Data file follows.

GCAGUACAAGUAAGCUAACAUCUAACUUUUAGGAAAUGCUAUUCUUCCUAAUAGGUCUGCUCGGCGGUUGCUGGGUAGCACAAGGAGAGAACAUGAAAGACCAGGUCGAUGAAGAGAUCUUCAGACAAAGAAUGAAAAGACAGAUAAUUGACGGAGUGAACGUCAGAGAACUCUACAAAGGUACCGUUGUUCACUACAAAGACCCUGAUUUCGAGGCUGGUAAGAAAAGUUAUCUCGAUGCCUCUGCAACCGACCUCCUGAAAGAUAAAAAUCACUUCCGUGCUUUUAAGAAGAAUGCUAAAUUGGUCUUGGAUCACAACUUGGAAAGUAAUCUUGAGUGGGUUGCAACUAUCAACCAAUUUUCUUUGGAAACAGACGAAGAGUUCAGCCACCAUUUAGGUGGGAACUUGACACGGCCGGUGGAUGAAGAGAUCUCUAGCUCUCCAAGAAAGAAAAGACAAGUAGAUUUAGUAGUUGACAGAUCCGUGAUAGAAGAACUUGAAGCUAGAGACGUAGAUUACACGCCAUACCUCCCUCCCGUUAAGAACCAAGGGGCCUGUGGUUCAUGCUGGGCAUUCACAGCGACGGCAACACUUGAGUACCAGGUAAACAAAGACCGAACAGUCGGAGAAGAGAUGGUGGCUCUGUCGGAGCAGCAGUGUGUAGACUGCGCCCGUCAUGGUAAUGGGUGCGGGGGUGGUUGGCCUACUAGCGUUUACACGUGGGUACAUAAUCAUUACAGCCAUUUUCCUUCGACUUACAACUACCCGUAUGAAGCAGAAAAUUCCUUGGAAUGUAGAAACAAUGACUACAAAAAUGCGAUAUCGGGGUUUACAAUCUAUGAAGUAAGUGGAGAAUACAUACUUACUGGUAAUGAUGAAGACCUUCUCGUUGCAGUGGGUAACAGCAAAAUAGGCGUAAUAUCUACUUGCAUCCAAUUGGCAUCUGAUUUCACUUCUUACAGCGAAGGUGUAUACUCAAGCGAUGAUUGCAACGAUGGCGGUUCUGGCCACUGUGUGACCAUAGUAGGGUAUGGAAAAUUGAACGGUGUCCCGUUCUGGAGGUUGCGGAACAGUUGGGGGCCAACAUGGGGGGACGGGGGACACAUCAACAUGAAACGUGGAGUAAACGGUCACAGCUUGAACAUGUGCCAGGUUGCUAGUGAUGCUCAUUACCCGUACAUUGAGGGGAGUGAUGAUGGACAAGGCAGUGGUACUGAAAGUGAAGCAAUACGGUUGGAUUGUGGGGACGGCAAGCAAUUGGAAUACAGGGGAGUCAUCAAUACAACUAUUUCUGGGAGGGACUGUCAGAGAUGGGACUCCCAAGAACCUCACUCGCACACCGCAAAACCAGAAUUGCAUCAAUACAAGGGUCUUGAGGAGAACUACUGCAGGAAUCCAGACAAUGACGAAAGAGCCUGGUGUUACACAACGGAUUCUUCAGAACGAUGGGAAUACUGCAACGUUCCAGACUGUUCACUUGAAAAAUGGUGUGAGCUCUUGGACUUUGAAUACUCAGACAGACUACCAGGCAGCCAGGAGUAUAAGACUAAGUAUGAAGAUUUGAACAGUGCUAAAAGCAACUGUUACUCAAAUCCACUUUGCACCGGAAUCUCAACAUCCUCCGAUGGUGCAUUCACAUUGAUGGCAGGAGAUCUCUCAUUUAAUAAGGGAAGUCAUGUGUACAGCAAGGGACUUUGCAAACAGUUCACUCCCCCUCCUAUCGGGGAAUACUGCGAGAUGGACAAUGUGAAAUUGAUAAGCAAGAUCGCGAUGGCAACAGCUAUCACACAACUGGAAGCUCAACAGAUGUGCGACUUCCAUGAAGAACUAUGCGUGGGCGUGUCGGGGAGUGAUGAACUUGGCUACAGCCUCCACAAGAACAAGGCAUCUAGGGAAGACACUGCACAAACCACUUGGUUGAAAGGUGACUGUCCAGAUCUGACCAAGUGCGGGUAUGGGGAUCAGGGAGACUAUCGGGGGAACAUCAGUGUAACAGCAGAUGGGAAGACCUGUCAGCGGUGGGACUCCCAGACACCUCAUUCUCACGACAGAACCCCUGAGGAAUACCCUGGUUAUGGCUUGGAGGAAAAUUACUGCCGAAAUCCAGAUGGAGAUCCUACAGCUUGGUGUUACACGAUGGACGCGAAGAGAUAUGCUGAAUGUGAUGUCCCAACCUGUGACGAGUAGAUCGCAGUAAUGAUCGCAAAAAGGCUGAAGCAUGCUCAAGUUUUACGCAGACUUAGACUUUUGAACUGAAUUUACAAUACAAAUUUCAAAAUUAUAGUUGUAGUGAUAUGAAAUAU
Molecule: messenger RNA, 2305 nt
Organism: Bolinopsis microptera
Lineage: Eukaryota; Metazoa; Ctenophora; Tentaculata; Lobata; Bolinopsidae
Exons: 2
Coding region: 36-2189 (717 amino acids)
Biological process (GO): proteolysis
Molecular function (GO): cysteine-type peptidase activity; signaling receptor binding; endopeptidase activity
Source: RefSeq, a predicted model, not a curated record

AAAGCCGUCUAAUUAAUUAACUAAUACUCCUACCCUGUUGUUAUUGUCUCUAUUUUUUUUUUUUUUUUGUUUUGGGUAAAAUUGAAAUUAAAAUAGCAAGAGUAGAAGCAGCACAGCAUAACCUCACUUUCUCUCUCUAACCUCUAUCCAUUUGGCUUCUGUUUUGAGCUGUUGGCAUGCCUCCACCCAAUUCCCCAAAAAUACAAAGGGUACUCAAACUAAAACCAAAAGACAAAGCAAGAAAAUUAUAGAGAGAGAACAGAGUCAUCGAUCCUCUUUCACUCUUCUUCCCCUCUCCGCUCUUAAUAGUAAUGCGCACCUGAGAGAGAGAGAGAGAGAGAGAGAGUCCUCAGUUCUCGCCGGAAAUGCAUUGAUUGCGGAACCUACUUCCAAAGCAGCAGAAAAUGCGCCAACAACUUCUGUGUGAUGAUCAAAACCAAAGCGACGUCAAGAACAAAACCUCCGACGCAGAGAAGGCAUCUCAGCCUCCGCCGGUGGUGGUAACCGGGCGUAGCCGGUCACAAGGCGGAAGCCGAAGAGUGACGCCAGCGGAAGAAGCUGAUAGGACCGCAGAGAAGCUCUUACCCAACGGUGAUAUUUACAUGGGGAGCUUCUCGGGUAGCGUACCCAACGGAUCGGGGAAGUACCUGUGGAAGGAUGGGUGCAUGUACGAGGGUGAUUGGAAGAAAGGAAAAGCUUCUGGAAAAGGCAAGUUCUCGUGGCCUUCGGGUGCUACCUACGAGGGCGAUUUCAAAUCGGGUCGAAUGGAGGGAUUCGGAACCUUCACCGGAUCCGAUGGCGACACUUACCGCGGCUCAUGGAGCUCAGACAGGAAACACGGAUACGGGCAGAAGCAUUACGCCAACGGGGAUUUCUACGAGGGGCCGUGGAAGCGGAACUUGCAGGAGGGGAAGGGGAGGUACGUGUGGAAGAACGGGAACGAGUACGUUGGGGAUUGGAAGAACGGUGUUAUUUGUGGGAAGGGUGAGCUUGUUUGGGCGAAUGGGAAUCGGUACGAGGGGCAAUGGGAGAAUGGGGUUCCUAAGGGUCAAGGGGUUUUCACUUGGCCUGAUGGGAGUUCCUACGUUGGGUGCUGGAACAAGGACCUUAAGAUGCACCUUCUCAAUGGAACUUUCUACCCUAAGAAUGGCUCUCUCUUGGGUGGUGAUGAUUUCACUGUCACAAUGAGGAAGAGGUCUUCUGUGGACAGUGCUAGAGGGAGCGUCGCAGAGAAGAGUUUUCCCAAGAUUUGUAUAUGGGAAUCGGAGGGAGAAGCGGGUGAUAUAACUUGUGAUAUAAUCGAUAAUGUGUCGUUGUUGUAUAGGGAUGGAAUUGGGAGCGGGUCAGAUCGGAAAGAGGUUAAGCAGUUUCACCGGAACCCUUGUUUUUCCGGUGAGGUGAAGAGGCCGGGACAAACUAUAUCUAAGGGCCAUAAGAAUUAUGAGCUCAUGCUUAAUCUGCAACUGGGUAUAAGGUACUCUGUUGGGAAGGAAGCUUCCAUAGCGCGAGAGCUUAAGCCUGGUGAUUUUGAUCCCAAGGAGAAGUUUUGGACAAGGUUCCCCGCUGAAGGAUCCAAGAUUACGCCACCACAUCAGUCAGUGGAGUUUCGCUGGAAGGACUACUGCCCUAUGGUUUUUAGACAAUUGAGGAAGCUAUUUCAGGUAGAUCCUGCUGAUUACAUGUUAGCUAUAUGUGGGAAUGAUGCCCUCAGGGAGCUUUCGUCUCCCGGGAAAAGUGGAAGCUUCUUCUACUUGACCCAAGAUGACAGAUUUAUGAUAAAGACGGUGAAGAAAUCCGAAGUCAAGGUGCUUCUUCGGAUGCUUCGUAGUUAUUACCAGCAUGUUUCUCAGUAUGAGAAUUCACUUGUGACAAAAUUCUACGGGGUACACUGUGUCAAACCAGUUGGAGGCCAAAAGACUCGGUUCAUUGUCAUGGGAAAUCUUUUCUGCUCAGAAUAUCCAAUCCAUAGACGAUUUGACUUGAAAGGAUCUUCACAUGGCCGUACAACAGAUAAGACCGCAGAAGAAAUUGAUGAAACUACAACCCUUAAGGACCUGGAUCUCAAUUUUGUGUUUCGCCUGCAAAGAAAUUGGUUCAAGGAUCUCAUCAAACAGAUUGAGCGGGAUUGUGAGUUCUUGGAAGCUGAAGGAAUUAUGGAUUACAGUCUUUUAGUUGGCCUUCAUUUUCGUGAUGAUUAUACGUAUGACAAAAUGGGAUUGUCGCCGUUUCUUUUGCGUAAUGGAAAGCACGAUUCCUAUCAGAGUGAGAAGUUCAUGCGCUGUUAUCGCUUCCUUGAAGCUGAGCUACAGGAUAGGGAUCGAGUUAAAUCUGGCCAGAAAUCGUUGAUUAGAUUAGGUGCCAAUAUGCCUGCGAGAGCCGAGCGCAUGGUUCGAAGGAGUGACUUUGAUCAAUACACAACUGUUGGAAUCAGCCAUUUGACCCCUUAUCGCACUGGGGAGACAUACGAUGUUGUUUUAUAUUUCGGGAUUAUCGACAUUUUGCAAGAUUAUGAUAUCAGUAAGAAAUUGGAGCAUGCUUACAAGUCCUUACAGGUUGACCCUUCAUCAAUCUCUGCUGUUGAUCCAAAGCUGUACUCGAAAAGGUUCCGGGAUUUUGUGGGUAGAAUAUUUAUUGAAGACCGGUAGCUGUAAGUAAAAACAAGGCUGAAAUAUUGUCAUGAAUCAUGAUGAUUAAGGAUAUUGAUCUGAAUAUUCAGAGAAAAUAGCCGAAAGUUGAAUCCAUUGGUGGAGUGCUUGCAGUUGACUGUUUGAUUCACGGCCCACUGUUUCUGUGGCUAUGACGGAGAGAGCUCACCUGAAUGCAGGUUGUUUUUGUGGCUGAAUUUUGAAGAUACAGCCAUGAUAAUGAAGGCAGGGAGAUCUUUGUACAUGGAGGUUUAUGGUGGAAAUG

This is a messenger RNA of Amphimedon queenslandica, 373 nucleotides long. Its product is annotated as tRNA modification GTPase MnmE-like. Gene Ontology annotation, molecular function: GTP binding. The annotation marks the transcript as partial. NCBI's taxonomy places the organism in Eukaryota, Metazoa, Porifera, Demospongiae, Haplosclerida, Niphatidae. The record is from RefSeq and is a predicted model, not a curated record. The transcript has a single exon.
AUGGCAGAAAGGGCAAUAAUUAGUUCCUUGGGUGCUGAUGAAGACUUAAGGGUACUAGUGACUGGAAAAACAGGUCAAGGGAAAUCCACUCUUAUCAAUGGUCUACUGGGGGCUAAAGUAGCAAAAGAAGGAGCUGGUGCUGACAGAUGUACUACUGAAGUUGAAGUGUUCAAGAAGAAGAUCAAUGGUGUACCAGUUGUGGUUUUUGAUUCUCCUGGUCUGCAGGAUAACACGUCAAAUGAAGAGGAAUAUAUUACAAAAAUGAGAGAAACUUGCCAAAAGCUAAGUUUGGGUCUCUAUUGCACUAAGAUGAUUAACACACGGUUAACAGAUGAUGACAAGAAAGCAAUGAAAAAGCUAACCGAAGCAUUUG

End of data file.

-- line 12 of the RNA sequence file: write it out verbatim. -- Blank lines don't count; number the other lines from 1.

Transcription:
AUGGCAGAAAGGGCAAUAAUUAGUUCCUUGGGUGCUGAUGAAGACUUAAGGGUACUAGUGACUGGAAAAACAGGUCAAGGGAAAUCCACUCUUAUCAAUGGUCUACUGGGGGCUAAAGUAGCAAAAGAAGGAGCUGGUGCUGACAGAUGUACUACUGAAGUUGAAGUGUUCAAGAAGAAGAUCAAUGGUGUACCAGUUGUGGUUUUUGAUUCUCCUGGUCUGCAGGAUAACACGUCAAAUGAAGAGGAAUAUAUUACAAAAAUGAGAGAAACUUGCCAAAAGCUAAGUUUGGGUCUCUAUUGCACUAAGAUGAUUAACACACGGUUAACAGAUGAUGACAAGAAAGCAAUGAAAAAGCUAACCGAAGCAUUUG